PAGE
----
25. On June 25, 1982, IRS revenue officer Ford conducted an informal interview with Batula. During the June 25, 1982 interview, Batula explained his lack of involvement with HCLS since the summer of 1979, and his efforts to terminate his relationship with HCLS. Batula also told the revenue officer that HCLS still had equipment and other assets. Batula explained to the revenue officer that he was suing Snively and showed her court documents. Ford told Batula that the Government "didn't have the manpower to track down the equipment to which Mr. Batula referred, and that Mr. Batula should try to sell the equipment and turn the proceeds over to the government." (Ex. P-C).
26. Batula refused to sign a Form 4180, "Report of Interview Held With Persons Relative To Recommendation Of 100 Percent Penalty Assessments," prepared by Ford on June 25, 1982.
27. Subsequent to this discussion with the IRS, Batula settled his lawsuit against Snively. HCLS reimbursed Batula for his original investment in the corporation by corporate check in the amount of approximately $2,000 co-signed by Batula.
28. Batula subsequently called Ford and sent her a copy of that agreement.
29. On October 29, 1982, Ford, by memorandum to the Special Procedure staff, recommended that a 100% penalty tax be assessed against Batula.
30. On April 15, 1983, a delegate of the Secretary of the Treasury assessed a 100% penalty pursuant to 26 U.S.C.A. § 6672 (West Supp. 1986) against Batula in the amount of $5,853.07, for failure to pay taxes withheld from the wages of the HCLS employees for the third and fourth quarters of 1979, the fourth quarter of 1980 and the first and second quarter of 1981.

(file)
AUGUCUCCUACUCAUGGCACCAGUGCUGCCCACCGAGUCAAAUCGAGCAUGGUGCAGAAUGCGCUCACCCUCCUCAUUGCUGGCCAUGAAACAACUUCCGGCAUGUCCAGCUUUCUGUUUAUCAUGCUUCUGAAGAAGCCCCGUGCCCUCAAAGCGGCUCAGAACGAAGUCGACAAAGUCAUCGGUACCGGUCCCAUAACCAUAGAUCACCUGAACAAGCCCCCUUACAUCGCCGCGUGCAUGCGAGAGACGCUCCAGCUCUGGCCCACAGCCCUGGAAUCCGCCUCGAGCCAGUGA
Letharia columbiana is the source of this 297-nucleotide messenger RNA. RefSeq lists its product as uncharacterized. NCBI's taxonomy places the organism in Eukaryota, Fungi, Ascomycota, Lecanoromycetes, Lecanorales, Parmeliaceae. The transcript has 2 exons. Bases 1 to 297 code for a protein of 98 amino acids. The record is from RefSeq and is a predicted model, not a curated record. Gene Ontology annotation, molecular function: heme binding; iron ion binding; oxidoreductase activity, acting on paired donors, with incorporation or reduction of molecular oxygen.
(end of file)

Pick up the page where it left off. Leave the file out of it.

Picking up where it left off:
31. Batula did not post bond to stay collection of the 100% penalty as provided in 26 U.S.C.A. § 6672.
32. In June, 1983, the IRS levied against Batula's home. On June 14, 1984, Batula paid the IRS the amount of $6,725.00 so that he could use his home lien-free as collateral for a business credit line.
33. On June 4, 1985, Batula filed this action for refund against the United States. The United States in its answer, served August 5, 1985, did not join Snively.
34. On December 4, 1985, Batula fined an amended complaint adding Joseph Snively as a defendant.
35. On December 4, 1985, the United States took Batula's deposition under oath and agreed to concede the instant case on December 5, 1985.
36. By Order dated April 15, 1986, this court entered a default judgment in favor of Batula and against Snively in the amount of $6,725.00 plus costs. Batula also seeks this amount from the government for attorneys' fees.
Batula moves for an award of attorneys' fees and costs incurred in the administrative process and in this civil proceeding under 26 U.S.C.A. § 7430 (West Supp. 1986). He contends that he was a prevailing party, he exhausted his administrative remedies, and the position taken by the IRS at the highest administrative level was unreasonable so that he was compelled to institute this civil litigation and incur costs and fees.
The government admits that Batula was a prevailing party and that he exhausted his administrative remedies but contends that the IRS's position was reasonable during the course of the administrative proceeding and this litigation. The government also argues that Batula is eligible for an award of attorneys' fees under Section 7430 only for those costs and attorneys' fees incurred in the civil proceeding if the government's position in the civil proceeding itself was unreasonable.
Section 7430(a) of the Internal Revenue Code provides inter alia :
In the case of any civil proceeding which is --
(1) brought by or against the United States in connection with the determination, collection, or refund of any tax, interest, or penalty under this title, and